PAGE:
If you regularly receive new data to replace current data that has feature-linked annotation, you can automate this process using a Python script. The ArcPy site package includes the UpdateCursor function (can use to delete existing features). The Append tool help topic includes example Python code.

Related Post: ArcGIS Annotation: Woes and Woohoos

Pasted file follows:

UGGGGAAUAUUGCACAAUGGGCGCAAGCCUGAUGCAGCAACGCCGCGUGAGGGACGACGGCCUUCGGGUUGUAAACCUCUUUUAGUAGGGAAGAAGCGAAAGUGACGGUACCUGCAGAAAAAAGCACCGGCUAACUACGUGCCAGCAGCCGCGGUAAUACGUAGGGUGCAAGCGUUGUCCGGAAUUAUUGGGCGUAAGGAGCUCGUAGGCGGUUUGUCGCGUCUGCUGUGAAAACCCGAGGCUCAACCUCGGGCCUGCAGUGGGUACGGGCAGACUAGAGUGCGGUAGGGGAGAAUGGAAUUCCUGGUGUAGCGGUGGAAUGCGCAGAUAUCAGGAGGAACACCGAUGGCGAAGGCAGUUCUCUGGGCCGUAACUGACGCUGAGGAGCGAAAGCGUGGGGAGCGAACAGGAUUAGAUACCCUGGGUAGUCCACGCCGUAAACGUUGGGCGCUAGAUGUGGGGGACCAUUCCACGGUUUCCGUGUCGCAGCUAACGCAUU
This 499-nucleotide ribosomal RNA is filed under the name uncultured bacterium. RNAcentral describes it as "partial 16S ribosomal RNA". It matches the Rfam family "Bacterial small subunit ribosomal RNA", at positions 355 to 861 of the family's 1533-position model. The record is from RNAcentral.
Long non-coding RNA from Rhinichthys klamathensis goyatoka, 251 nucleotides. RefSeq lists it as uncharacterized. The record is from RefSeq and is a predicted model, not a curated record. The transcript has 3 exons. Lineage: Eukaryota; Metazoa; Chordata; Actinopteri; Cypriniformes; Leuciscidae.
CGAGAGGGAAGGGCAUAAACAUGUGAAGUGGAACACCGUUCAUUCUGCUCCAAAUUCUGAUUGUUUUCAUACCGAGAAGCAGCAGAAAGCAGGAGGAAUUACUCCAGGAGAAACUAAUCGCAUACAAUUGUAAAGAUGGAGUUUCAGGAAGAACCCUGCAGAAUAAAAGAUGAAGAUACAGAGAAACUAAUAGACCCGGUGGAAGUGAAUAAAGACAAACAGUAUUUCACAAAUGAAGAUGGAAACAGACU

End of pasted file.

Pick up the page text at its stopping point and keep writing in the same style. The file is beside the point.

About SuzanneB

Suzanne is a Maryland native with a degree in English Literature who enjoys writing about Esri technology and other topics. She works with Esri Training Services in Redlands, California.
This entry was posted in ArcGIS Step by Step, export and tagged , , , , , . Bookmark the permalink.

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  1. cathieharper says: